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Simone Biles has shared the raw moment when her emotions about the sexual abuse she suffered at the hands of former USA Gymnastics doctor Larry Nassar finally came pouring out in a phone call with her mother while Biles was driving on a Texas highway.
The gymnastics superstar and her mother, Nellie Biles, opened up about that initial step in her healing process in the latest episode of the Facebook Watch show "Simone vs. Herself" as she prepares to go for gold in the Tokyo Olympics.
Simone was driving one day near her home in Houston when she burst into tears on the phone with her mother as the pain of the abuse she suffered from Nassar came to the surface.
"I just remember breaking down and calling my mom," Biles said. "She told me to pull over. She was like, 'Can you drive?' because I was crying so hard."
"She was just hysterical," an emotional Nellie said. "She didn't say anything, she just cried, and we just cried together because I knew what it was she wanted to talk about. She didn't have to say anything."
Nassar was sentenced to 40 to 175 years in prison in 2018 after more than 150 victims came forward to make statements about being sexually abused by him. Biles had initially refused to speak about it with anyone, even her closest family members.
"Talking to Simone about it, she was in denial, and she would be very angry when I would ask her anything," her mother said. "So I just gave her her space until she was ready to talk about it."
"I was super depressed, and I didn't want to leave my room and I didn't want to go anywhere and I kind of just shut everybody out," Biles said.
She slept constantly in order to cope with the abuse.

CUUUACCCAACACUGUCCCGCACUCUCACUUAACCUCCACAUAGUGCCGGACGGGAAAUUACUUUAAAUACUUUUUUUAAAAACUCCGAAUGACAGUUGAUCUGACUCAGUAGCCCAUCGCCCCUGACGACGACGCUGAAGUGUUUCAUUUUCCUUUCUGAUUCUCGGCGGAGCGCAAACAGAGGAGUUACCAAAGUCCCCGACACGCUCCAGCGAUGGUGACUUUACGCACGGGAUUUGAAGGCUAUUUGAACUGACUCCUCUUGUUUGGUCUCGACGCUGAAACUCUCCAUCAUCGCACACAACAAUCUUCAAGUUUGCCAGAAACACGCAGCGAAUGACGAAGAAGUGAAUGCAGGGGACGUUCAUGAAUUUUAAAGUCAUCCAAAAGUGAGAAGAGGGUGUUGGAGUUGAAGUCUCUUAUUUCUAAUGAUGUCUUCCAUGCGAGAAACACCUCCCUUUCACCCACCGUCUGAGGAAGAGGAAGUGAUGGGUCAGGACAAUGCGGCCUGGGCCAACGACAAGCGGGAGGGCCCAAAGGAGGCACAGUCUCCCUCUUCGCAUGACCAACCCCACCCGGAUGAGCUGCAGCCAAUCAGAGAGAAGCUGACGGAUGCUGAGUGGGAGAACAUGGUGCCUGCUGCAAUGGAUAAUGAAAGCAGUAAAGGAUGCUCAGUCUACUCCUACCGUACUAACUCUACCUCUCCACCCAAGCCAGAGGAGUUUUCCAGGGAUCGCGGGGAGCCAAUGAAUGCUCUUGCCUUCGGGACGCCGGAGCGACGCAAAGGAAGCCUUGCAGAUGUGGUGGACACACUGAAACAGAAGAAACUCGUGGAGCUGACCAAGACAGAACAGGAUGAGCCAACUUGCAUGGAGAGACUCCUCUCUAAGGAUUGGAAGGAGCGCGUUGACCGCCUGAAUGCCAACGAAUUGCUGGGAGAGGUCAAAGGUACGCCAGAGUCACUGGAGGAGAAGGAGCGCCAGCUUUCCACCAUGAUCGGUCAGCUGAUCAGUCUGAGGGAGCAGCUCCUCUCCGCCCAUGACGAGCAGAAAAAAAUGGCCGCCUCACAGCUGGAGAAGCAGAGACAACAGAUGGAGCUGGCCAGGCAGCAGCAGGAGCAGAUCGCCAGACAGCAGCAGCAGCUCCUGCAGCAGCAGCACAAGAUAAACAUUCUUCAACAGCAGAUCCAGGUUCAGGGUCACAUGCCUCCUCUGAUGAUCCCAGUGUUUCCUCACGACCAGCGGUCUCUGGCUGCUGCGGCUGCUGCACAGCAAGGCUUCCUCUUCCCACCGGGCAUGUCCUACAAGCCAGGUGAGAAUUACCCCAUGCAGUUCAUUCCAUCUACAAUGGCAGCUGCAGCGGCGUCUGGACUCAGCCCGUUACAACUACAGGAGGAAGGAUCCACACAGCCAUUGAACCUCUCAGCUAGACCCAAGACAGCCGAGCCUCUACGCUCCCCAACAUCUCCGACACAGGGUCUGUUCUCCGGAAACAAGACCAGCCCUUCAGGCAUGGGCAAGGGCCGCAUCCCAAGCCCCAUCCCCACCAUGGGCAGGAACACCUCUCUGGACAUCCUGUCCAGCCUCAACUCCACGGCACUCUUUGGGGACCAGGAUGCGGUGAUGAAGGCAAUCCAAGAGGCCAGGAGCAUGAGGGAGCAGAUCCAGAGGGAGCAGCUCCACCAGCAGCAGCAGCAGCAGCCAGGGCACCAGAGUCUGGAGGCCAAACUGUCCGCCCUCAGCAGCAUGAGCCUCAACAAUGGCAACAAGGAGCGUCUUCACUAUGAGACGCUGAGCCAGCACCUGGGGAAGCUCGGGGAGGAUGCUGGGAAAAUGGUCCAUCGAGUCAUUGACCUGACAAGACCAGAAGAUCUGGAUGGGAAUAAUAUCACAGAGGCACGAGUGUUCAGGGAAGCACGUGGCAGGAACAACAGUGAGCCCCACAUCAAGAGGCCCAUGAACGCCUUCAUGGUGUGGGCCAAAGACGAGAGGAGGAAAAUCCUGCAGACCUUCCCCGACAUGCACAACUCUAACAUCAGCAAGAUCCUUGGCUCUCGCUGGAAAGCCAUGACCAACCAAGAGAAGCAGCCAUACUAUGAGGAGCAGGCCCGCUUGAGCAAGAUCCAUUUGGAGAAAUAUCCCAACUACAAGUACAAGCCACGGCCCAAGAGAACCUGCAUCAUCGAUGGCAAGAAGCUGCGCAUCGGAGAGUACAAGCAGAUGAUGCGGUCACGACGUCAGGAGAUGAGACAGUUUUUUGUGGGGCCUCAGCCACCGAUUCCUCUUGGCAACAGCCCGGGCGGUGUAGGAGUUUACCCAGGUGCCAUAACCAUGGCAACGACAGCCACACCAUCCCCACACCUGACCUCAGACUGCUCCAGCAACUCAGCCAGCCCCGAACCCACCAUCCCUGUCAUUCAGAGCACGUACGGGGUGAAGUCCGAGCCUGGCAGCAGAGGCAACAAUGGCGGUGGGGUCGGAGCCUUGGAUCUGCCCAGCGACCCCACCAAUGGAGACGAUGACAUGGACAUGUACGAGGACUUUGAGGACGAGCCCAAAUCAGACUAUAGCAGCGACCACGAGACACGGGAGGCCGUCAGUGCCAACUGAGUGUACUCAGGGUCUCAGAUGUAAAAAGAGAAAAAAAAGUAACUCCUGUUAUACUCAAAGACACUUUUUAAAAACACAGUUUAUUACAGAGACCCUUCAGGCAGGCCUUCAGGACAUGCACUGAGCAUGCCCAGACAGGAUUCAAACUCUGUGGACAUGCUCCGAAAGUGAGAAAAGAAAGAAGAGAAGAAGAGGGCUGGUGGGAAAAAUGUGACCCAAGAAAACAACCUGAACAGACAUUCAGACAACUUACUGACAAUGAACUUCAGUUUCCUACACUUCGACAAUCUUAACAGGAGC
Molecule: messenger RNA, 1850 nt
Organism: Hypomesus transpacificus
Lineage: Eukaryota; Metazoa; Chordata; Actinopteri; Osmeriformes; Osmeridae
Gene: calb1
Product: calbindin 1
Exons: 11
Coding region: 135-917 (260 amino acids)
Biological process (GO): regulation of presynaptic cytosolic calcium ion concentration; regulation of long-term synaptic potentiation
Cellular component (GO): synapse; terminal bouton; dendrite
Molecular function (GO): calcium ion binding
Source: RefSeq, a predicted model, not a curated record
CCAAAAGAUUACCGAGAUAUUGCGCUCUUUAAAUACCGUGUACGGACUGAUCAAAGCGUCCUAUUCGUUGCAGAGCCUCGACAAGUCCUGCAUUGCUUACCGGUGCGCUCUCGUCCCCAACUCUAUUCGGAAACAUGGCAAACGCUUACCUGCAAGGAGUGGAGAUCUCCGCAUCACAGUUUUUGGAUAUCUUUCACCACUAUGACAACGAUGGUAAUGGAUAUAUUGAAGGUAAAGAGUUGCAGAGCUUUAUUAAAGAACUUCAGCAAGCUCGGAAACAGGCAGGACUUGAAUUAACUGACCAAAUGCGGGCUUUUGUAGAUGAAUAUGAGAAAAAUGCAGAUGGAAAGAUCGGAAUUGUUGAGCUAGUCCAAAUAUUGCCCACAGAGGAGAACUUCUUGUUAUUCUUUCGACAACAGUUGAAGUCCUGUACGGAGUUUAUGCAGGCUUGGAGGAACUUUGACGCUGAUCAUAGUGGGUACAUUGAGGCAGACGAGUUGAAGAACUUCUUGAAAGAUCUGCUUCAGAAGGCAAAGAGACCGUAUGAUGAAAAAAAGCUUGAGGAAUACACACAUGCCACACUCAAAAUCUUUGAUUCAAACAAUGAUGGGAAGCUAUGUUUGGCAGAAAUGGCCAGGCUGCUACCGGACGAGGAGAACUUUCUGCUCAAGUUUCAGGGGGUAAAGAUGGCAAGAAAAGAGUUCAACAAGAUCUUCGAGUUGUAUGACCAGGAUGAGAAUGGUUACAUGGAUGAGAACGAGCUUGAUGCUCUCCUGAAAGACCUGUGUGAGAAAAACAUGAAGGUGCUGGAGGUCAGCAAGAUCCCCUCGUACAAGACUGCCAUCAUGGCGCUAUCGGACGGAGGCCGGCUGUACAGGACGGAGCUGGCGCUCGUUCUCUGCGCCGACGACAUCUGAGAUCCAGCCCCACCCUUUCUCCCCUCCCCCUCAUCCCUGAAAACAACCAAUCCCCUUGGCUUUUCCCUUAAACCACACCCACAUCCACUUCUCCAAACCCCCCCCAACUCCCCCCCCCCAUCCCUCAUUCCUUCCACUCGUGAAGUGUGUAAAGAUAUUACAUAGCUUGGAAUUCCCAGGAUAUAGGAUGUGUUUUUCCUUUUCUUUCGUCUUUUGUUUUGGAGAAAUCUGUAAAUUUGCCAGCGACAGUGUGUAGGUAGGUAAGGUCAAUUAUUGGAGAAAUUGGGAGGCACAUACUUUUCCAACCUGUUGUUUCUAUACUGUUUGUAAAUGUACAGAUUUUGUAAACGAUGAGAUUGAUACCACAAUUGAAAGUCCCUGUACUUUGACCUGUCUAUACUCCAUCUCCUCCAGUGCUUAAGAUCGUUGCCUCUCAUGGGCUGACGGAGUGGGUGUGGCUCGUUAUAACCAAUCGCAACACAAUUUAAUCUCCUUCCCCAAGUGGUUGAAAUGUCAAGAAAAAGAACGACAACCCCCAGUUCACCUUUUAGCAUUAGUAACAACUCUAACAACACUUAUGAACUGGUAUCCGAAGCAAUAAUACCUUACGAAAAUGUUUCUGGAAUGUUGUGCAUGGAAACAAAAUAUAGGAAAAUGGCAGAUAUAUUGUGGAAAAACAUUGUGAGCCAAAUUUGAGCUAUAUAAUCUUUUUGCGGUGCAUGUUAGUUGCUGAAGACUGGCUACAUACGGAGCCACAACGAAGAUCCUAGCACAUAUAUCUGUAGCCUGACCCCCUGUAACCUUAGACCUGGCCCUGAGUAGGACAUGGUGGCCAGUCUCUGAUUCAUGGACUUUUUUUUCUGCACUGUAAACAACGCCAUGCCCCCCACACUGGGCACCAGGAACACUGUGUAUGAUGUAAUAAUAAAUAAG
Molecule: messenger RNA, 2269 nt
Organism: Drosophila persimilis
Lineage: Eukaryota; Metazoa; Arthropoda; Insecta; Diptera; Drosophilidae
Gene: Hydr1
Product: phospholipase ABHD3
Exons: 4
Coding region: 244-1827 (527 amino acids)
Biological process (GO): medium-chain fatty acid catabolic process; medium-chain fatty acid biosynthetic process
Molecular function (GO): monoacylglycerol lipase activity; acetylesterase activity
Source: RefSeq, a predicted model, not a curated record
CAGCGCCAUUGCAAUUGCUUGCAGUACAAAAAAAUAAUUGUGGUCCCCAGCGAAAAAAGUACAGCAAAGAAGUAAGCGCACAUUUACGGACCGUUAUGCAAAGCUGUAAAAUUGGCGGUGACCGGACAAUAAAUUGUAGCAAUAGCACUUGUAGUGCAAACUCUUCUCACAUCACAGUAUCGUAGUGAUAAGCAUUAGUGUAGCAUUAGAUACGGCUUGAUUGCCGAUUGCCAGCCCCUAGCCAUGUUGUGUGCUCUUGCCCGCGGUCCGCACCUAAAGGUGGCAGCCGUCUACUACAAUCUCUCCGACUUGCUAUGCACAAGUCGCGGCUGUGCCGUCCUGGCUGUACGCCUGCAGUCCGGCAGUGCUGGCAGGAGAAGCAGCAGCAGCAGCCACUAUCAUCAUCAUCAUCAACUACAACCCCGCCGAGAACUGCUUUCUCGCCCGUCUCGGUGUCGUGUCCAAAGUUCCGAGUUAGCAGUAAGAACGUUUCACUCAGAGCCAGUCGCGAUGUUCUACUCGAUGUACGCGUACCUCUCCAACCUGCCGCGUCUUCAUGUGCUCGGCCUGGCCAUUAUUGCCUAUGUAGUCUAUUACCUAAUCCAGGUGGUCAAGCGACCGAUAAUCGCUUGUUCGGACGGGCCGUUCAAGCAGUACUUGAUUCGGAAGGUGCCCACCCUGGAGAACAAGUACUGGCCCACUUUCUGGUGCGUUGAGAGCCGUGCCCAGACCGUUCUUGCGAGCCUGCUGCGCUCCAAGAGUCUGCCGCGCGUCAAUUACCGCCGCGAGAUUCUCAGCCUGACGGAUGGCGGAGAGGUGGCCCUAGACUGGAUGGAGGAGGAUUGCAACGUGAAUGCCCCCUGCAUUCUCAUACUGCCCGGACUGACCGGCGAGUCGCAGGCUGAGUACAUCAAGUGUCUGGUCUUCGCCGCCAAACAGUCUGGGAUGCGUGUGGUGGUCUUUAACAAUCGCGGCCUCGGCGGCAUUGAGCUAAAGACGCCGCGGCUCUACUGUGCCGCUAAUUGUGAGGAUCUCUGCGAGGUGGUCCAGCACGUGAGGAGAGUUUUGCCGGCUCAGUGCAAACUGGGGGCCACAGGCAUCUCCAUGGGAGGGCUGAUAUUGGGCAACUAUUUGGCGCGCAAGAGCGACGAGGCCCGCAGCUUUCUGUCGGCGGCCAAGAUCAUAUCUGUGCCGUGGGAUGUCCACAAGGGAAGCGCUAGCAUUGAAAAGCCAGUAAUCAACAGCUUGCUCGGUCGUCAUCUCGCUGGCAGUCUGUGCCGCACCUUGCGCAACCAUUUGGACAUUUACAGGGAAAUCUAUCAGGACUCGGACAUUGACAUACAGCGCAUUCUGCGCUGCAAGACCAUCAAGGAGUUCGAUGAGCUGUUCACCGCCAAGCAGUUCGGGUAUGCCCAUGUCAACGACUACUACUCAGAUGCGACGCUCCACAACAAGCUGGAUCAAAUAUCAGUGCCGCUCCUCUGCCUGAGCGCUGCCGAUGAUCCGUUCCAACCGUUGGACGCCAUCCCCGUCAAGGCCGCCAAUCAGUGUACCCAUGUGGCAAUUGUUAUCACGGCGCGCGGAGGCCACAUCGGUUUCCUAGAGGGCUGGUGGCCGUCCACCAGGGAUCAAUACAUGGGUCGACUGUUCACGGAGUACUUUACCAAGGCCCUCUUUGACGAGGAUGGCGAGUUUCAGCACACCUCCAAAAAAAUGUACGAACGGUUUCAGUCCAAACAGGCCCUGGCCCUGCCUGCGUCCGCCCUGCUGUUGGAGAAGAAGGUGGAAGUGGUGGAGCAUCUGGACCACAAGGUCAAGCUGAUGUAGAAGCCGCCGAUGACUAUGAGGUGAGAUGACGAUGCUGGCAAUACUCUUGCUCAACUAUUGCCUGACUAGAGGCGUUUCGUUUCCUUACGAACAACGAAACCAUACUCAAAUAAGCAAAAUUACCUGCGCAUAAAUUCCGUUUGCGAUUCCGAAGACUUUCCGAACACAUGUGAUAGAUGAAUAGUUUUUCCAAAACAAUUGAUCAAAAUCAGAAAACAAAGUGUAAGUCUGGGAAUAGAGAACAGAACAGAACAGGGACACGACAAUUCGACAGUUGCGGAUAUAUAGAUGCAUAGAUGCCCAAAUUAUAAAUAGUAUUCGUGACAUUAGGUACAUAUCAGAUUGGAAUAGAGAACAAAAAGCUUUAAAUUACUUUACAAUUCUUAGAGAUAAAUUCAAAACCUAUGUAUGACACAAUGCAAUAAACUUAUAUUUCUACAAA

"And it's because sleeping was basically better than, like, offing myself," she said. "It was my way to escape reality. And sleeping was the closest thing to death for me at that point so I just slept all the time."
Biles also spoke about her naïveté about sexual abuse when she was training at the now-shuttered USA Gymnastics National Team Training Center at Karolyi Ranch, where many gymnasts said they were abused by Nassar during their training.
"All of those years, nobody ever told us what like sexual abuse was, so we didn't really feel like we were going through it or we were victims," she said.
Biles described her experience to a friend and asked her if that meant she was sexually abused, and the friend told her it absolutely did.
"I feel like in those instances I was one of the luckier ones because I didn't get it as bad as some of the other girls I knew," Biles said.
Even the memories of training at The Ranch under former Team USA coaches Bela and Marta Karolyi give Biles an uneasy feeling to this day.
"If I had to go back to the Ranch right now I'd probably s--- myself," she said. "There is no way I'd be able to train for another Olympic cycle under that because I'm more mature, I'm older and realizing, 'Wow, it didn't have to be like that. It just was like that.'"
Biles has worked to make sure her experience with Nassar has not robbed her of the joy for her sport, where she has become the most decorated gymnast of all time. She has also used her platform to be a voice for sexual abuse survivors and an agent of change in USA Gymnastics.
"There's all different sides of Simone," Nellie Biles said. "There's an insecure person, there's an anxious person, there's a person who strives for perfection, there's a person who stays very focused, there's a person who wants the world to be the way she wants it, there's a person who has gotten hurt along the way, and yet I know the Simone with the big goals, and I'm hoping that Simone will be the one that comes out on top."